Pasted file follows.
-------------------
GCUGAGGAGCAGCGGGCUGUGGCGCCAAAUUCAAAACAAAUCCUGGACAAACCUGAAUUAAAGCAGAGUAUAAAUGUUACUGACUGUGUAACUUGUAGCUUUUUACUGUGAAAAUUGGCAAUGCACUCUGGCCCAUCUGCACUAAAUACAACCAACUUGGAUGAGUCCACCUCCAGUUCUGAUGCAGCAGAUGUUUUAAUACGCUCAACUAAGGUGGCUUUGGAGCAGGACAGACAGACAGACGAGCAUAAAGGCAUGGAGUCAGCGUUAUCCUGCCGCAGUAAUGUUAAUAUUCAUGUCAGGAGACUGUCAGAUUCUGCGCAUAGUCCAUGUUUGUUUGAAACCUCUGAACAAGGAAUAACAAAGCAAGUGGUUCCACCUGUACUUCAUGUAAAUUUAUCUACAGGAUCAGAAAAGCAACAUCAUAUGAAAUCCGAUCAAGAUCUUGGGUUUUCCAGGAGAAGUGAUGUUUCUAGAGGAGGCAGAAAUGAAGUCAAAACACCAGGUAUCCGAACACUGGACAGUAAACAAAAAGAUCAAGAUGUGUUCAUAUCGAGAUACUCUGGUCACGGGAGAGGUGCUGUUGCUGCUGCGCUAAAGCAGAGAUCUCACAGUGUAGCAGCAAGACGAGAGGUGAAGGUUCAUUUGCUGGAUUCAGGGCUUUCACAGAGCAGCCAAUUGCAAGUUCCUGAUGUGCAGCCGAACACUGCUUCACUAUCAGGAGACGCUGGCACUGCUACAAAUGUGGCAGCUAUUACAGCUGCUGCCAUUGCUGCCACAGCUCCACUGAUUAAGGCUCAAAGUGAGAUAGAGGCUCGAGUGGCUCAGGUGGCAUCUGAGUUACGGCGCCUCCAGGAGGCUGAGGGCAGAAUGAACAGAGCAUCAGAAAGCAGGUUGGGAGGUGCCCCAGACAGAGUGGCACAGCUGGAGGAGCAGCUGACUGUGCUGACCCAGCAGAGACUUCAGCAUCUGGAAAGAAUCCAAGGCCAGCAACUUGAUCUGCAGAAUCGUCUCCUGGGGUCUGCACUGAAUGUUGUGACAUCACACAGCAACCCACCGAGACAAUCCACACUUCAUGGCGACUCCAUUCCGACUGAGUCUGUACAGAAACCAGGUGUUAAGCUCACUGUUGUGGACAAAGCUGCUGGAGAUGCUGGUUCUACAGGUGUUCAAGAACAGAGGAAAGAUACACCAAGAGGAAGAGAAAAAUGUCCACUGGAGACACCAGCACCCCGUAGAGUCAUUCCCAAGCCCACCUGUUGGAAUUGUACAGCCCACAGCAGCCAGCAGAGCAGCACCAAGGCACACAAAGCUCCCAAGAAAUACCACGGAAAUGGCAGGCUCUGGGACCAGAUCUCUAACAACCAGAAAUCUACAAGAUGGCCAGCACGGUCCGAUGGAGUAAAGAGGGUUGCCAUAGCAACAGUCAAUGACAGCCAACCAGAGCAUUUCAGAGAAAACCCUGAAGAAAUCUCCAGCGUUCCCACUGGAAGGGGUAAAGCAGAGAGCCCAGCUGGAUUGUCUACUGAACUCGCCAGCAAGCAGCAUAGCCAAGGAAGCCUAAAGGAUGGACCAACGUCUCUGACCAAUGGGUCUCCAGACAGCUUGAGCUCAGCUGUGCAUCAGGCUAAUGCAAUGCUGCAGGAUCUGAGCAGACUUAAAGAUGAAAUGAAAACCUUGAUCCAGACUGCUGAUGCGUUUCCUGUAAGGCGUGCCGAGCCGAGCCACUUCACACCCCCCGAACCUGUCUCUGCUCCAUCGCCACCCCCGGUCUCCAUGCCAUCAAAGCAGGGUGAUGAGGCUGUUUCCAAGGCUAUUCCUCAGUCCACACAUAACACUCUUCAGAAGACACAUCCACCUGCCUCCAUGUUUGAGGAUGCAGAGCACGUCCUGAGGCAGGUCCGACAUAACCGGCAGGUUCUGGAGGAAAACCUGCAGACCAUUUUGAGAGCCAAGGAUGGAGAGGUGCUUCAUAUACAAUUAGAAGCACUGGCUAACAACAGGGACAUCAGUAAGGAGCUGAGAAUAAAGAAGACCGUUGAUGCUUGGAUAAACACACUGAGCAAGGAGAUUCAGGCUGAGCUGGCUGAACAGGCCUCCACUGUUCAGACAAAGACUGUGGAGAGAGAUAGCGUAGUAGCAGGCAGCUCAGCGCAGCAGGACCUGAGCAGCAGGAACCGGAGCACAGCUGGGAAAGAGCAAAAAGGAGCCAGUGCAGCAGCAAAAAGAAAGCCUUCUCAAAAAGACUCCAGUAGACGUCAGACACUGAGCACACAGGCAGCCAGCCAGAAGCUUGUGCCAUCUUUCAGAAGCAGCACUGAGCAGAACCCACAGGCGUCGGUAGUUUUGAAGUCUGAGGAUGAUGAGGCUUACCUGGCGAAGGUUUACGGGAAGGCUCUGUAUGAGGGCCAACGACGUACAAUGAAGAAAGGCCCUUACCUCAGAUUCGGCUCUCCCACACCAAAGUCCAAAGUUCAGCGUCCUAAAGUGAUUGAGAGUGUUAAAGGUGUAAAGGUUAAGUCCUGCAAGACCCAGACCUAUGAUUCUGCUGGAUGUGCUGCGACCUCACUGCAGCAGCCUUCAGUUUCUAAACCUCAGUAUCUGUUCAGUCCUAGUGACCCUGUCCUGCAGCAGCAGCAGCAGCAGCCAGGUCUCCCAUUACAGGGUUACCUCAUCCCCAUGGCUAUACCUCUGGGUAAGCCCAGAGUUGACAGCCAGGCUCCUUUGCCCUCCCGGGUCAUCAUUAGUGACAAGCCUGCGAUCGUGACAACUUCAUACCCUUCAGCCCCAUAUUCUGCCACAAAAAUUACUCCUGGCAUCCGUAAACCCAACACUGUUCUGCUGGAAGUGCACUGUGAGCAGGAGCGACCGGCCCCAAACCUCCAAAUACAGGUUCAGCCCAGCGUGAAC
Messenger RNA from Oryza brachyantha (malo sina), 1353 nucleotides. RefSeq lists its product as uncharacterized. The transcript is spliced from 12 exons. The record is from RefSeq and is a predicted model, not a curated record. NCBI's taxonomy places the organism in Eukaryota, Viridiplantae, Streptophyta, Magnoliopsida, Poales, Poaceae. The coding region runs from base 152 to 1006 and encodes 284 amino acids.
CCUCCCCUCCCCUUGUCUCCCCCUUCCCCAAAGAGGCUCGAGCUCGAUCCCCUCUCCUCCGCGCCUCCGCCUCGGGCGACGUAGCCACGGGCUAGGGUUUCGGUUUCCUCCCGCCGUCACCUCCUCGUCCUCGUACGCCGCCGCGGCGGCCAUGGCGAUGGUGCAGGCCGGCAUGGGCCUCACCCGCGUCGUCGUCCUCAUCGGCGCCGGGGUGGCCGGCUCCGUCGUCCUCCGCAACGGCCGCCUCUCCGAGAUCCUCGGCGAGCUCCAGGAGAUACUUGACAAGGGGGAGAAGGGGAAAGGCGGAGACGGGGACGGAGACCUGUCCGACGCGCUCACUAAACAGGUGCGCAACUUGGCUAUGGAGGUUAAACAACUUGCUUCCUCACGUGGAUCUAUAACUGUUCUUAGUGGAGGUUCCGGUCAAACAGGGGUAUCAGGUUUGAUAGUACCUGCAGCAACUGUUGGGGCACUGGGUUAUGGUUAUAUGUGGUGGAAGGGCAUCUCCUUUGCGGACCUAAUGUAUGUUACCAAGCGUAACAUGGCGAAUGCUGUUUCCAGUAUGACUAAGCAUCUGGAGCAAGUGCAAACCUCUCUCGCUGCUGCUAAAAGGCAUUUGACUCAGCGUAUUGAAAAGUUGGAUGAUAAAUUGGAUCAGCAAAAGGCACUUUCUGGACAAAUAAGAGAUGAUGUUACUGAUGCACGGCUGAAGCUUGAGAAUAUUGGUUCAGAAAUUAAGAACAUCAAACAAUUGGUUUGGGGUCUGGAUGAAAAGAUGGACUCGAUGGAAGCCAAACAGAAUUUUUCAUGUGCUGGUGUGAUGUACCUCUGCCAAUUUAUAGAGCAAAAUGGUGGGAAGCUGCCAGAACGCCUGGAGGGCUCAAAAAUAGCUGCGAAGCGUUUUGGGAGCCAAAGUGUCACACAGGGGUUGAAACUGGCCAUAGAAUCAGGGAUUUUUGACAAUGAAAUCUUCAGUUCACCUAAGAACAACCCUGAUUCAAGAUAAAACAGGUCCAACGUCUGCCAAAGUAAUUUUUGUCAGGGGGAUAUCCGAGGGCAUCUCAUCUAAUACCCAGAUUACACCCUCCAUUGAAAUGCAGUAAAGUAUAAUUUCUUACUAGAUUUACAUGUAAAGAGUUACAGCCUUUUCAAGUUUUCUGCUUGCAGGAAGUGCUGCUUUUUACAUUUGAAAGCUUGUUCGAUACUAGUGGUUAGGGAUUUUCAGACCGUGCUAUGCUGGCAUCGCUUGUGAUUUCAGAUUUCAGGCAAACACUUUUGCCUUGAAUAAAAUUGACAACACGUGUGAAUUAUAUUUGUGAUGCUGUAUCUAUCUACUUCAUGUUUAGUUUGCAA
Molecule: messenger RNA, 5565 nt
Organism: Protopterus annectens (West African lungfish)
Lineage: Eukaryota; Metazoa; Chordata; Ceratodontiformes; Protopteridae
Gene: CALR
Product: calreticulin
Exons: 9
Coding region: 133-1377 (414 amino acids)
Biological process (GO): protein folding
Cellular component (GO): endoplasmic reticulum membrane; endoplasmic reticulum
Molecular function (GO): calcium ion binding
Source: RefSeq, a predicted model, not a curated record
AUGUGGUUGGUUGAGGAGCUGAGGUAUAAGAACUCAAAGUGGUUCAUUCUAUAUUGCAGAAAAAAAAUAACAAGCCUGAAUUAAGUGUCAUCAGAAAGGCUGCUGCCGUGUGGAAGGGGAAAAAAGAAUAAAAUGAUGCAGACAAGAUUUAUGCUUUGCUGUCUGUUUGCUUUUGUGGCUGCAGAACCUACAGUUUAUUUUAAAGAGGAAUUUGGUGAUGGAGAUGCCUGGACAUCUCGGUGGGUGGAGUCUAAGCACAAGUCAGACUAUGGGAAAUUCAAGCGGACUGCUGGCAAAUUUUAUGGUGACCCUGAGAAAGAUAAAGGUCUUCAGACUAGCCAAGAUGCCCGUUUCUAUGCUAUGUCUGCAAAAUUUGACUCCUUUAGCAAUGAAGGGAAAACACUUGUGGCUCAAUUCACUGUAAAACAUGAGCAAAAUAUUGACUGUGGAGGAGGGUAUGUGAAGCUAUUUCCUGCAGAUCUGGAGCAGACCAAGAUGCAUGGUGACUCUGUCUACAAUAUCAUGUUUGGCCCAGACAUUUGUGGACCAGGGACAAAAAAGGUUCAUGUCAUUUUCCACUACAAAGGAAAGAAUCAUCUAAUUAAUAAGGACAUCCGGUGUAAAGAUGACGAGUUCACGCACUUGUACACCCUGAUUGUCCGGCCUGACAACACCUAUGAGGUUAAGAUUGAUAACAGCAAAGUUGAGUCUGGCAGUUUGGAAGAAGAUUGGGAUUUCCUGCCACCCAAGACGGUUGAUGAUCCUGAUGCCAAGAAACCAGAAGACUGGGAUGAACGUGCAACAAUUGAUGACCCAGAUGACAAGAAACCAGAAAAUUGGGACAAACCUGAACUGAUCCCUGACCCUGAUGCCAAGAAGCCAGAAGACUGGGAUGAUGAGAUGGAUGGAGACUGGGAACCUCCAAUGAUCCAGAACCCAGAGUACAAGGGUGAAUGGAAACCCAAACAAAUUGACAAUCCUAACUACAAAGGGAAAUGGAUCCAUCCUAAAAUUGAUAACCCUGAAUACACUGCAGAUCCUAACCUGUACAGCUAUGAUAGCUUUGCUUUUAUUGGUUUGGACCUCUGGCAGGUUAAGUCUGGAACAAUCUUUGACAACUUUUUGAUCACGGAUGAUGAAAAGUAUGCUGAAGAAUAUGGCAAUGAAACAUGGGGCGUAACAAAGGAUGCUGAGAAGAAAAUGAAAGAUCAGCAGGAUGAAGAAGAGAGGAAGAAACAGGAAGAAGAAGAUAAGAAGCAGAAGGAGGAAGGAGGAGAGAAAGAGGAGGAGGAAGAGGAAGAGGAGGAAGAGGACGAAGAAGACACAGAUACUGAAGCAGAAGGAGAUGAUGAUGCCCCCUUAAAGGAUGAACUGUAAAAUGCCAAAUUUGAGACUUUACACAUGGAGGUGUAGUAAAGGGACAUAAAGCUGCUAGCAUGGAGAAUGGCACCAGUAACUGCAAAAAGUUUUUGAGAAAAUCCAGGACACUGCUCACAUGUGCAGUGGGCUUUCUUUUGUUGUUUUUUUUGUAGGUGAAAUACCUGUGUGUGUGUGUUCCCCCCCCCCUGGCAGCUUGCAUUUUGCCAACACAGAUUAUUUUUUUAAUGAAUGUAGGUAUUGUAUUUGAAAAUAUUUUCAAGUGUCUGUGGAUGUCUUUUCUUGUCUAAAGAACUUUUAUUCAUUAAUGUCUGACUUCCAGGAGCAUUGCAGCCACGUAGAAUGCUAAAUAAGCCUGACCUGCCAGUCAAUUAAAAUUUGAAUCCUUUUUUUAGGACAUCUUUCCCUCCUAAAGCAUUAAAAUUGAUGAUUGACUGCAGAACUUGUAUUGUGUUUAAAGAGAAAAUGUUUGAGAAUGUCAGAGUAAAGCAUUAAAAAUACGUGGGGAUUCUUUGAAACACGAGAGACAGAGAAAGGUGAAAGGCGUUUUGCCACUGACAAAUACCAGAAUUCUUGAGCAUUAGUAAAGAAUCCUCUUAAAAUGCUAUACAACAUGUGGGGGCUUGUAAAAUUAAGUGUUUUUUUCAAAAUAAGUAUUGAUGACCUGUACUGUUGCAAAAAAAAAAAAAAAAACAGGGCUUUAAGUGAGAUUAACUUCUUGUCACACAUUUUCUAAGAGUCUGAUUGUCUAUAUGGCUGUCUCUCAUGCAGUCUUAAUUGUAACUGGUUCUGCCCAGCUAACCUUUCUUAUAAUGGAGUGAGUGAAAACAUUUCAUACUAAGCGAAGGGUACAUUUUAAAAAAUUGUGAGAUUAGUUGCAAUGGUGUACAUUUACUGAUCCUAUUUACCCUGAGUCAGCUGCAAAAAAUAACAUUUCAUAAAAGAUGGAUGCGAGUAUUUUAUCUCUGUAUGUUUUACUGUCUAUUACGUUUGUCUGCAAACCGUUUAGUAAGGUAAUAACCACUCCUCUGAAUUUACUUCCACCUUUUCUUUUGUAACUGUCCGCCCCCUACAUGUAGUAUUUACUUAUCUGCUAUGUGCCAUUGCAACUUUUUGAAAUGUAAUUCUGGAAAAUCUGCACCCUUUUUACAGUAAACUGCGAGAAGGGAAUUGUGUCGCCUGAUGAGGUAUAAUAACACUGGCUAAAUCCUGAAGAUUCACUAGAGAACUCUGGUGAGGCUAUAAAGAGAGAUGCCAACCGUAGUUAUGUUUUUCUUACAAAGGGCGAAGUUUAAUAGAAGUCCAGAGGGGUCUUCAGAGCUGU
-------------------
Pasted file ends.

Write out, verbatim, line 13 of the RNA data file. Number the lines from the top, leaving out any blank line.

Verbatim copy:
Molecular function (GO): calcium ion binding